James 5:1
(1) Go to now, ye rich.--As in James 4:3, it was "Woe to you, worldly," so now "Woe to ye rich: weep, bewailing"--literally, howling for your miseries coming upon you. Comp. Isaiah 13:6; Isaiah 14:31; Isaiah 15:3, where (in the LXX.) the same term is used;--a picture word, imitating the cry of anguish,--peculiar to this place in the New Testament. Observe the immediate future of the misery; it is already coming. Doubtless by this was meant primarily the pillage and destruction of Jerusalem, but under that first intention many others secondary and similar are included: for all "riches certainly make themselves wings" and fly away (Proverbs 23:5). Calvin and others of his school fail to see in this passage an exhortation of the rich to penitence, but only a denunciation of woe upon them; in the sense, however, that all prophecy, whether evil or good, is conditional, there is sufficient room to believe that no irrevocable doom was pronounced by "a Christian Jeremiah."





The whole section resembles nothing so much as an utterance of one of the old Jewish prophets. It might almost be a leaf torn out of the Old Testament. Verse 1. - Go to now (see on James 4:13). The Vulgate there has ecce; here, agite. Ye rich men (see on James 2:6). Weep and howl, etc.; cf. James 4:9, but note the difference of tone; there, more of exhortation; here, more of denunciation. Ὀλολύζοντες: only here in the New Testament, but several times in the LXX., in passages of which the one before us reminds us; e.g. Isaiah 10:10; Isaiah 13:6; Isaiah 14:31; Isaiah 15:2; Isaiah 23:1, 6, 14. Miseries. Ταλαιπωρίαις: only again in Romans 3:16 (equivalent to Isaiah 59:7); frequent in the LXX.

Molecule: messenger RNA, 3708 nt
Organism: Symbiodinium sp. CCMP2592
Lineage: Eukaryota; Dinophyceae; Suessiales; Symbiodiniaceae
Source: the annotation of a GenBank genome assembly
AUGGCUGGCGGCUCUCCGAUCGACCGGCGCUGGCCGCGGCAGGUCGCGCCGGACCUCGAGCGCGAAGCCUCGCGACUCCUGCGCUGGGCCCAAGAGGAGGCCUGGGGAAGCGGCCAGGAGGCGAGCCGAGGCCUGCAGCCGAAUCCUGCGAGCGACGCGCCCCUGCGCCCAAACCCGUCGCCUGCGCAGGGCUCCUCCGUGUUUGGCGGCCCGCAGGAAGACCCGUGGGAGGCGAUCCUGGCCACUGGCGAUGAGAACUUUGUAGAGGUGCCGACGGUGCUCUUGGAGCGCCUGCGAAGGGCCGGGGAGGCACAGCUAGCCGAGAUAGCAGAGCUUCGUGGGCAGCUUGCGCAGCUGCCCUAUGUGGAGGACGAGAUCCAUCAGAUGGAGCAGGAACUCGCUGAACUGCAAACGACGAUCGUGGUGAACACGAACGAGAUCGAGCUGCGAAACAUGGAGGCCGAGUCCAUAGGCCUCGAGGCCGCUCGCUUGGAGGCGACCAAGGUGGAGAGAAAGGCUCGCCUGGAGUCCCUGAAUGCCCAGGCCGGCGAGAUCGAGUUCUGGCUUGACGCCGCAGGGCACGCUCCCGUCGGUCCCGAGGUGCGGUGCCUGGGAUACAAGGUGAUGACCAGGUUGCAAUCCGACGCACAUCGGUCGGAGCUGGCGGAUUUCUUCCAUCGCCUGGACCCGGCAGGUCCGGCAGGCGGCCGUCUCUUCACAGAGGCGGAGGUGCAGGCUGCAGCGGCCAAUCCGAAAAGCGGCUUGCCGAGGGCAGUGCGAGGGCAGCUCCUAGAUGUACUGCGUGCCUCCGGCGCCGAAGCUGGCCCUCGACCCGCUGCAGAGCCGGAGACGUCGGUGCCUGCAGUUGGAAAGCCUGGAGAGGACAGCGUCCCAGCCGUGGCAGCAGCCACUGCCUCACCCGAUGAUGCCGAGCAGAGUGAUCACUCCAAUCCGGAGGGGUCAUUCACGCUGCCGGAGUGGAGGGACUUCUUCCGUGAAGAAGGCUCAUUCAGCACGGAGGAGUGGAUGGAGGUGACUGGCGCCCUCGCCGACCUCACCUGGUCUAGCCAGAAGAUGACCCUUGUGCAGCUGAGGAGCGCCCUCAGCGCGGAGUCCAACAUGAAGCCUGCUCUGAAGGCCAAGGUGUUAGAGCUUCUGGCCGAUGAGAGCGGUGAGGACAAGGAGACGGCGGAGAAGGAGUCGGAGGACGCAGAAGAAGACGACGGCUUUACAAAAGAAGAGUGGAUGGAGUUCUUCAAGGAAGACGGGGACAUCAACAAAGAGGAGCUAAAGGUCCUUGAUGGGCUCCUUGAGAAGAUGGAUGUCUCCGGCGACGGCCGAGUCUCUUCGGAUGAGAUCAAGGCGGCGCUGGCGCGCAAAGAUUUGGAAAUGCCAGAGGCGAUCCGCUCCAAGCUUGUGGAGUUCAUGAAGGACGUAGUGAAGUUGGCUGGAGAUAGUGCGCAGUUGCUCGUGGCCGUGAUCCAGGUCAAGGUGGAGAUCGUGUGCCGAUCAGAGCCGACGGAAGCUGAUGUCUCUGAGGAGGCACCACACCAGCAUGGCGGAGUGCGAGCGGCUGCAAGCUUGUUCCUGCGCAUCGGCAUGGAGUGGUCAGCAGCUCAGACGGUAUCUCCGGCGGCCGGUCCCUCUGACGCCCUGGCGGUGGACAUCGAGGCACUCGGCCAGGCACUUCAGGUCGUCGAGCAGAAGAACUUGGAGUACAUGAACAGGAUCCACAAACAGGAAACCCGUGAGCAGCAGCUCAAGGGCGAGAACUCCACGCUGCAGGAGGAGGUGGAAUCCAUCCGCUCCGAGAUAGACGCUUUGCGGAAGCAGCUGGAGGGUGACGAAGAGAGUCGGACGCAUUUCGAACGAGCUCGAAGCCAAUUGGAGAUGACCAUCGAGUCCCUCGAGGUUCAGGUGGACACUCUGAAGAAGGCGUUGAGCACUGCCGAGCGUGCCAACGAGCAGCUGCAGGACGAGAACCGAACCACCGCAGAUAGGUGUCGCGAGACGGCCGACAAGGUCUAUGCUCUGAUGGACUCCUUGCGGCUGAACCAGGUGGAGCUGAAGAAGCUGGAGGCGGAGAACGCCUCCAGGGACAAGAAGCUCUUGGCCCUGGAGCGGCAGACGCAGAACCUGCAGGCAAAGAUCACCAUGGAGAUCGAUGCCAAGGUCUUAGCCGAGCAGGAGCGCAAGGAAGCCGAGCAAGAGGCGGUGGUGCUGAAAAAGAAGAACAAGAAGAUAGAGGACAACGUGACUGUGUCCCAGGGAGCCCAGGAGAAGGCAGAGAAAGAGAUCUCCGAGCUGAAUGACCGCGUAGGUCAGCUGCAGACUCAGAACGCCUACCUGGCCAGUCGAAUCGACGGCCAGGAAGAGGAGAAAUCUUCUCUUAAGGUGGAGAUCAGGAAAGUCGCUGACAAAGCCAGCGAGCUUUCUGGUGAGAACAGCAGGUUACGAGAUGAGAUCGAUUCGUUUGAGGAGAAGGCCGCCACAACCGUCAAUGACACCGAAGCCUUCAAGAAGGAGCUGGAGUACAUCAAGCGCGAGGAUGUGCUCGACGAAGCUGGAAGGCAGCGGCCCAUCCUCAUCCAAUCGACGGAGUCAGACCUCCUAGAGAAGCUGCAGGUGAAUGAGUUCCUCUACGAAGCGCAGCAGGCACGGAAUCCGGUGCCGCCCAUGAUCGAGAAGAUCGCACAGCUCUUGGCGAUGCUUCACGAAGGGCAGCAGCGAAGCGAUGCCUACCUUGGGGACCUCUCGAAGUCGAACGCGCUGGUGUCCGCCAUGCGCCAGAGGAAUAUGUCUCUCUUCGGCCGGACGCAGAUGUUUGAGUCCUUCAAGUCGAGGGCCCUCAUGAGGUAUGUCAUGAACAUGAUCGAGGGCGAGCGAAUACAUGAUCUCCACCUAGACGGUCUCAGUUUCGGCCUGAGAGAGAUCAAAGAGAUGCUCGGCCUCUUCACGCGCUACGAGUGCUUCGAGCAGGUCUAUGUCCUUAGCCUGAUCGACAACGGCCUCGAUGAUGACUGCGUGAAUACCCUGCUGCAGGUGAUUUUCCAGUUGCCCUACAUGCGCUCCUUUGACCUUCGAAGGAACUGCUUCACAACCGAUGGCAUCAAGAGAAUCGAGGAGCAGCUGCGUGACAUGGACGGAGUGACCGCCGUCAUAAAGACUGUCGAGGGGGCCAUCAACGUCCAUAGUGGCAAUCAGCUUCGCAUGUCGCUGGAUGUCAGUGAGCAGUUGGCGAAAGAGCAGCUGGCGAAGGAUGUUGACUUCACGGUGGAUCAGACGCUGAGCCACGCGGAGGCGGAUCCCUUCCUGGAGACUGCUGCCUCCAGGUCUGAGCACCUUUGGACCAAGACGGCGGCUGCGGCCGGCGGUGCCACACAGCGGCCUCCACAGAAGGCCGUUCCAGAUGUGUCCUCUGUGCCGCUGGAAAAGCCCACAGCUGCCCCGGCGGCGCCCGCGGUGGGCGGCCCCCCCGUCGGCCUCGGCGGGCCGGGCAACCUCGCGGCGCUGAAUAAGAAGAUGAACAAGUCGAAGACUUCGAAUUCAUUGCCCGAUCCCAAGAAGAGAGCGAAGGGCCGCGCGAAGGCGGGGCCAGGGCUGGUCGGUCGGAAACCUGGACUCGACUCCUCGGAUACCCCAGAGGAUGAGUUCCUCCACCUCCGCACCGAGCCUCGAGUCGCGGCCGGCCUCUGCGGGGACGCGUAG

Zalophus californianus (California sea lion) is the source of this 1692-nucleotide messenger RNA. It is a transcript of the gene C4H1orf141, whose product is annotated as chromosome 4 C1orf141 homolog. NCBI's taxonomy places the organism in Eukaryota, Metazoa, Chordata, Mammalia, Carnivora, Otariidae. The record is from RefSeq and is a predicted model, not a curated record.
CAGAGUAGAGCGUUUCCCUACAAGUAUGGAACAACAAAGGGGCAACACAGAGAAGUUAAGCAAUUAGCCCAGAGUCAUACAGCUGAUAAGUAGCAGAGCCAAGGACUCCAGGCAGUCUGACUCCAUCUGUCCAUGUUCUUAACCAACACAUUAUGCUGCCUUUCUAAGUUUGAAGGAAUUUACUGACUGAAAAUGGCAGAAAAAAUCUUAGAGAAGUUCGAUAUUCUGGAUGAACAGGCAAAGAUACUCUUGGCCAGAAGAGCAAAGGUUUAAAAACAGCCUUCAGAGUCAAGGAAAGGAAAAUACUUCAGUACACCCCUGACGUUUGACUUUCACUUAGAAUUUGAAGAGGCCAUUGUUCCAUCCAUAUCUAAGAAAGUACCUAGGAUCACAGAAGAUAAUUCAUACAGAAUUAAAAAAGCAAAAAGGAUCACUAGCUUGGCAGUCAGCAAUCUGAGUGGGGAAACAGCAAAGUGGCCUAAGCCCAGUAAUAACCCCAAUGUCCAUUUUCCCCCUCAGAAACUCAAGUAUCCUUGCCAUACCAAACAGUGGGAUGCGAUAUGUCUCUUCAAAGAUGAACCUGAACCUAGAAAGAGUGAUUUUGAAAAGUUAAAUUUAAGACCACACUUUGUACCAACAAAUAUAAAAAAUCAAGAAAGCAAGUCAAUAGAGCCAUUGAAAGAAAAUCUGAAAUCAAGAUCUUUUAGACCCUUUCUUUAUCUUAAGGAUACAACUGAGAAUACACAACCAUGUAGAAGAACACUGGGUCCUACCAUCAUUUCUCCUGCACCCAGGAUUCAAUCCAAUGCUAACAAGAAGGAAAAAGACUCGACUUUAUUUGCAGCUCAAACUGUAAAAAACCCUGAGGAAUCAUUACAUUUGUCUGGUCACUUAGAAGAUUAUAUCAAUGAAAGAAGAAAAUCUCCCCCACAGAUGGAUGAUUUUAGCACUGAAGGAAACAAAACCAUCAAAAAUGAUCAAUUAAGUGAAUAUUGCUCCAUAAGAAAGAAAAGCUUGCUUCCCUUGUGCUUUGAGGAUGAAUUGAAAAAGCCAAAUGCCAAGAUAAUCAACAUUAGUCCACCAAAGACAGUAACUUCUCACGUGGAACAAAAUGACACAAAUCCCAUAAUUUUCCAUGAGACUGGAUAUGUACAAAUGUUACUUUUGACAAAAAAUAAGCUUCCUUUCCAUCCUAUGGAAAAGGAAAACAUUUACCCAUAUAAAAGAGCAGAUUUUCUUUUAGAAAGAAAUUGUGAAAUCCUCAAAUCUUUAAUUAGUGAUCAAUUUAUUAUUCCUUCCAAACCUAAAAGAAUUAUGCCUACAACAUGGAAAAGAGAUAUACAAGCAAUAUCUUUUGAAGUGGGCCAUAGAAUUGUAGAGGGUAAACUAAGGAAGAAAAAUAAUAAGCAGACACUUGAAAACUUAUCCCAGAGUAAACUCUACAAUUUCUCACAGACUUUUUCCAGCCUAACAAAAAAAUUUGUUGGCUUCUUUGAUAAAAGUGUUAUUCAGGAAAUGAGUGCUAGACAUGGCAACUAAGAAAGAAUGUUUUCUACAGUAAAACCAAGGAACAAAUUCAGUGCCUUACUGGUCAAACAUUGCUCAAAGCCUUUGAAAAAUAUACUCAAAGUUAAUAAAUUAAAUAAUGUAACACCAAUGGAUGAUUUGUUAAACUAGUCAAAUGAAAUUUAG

5:1-6 Public troubles are most grievous to those who live in pleasure, and are secure and sensual, though all ranks suffer deeply at such times. All idolized treasures will soon perish, except as they will rise up in judgment against their possessors. Take heed of defrauding and oppressing; and avoid the very appearance of it. God does not forbid us to use lawful pleasures; but to live in pleasure, especially sinful pleasure, is a provoking sin. Is it no harm for people to unfit themselves for minding the concerns of their souls, by indulging bodily appetites? The just may be condemned and killed; but when such suffer by oppressors, this is marked by God. Above all their other crimes, the Jews had condemned and crucified that Just One who had come among them, even Jesus Christ the righteous.Go to now, ye rich men,.... All rich men are not here designed; there are some rich men who are good men, and make a good use of their riches, and do not abuse them, as these here are represented; and yet wicked rich men, or those that were the openly profane, are not here intended neither; for the apostle only writes to such who were within the church, and not without, who were professors of religion; and such rich men are addressed here, who, notwithstanding their profession, were not rich towards God, but laid up treasure for themselves, and trusted in their riches, and boasted of the multitude of their wealth; and did not trust in God, and make use of their substance to his glory, and the good of his interest, as they should have done:

weep and howl for your miseries that shall come upon you; meaning, not temporal calamities that should come upon them at the destruction of Jerusalem, in which the rich greatly suffered by the robbers among themselves, as well as by the Roman soldiers; for the apostle is not writing to the Jews in Judea, and at Jerusalem; but to the Christians of the twelve tribes scattered in the several parts of the world, and who were not distressed by that calamity; but eternal miseries, or the torments of hell are intended, which, unless they repented of their sins, would shortly, suddenly, and unavoidably come upon them, when their present joy and laughter would be turned into howling and weeping.

James 4:17
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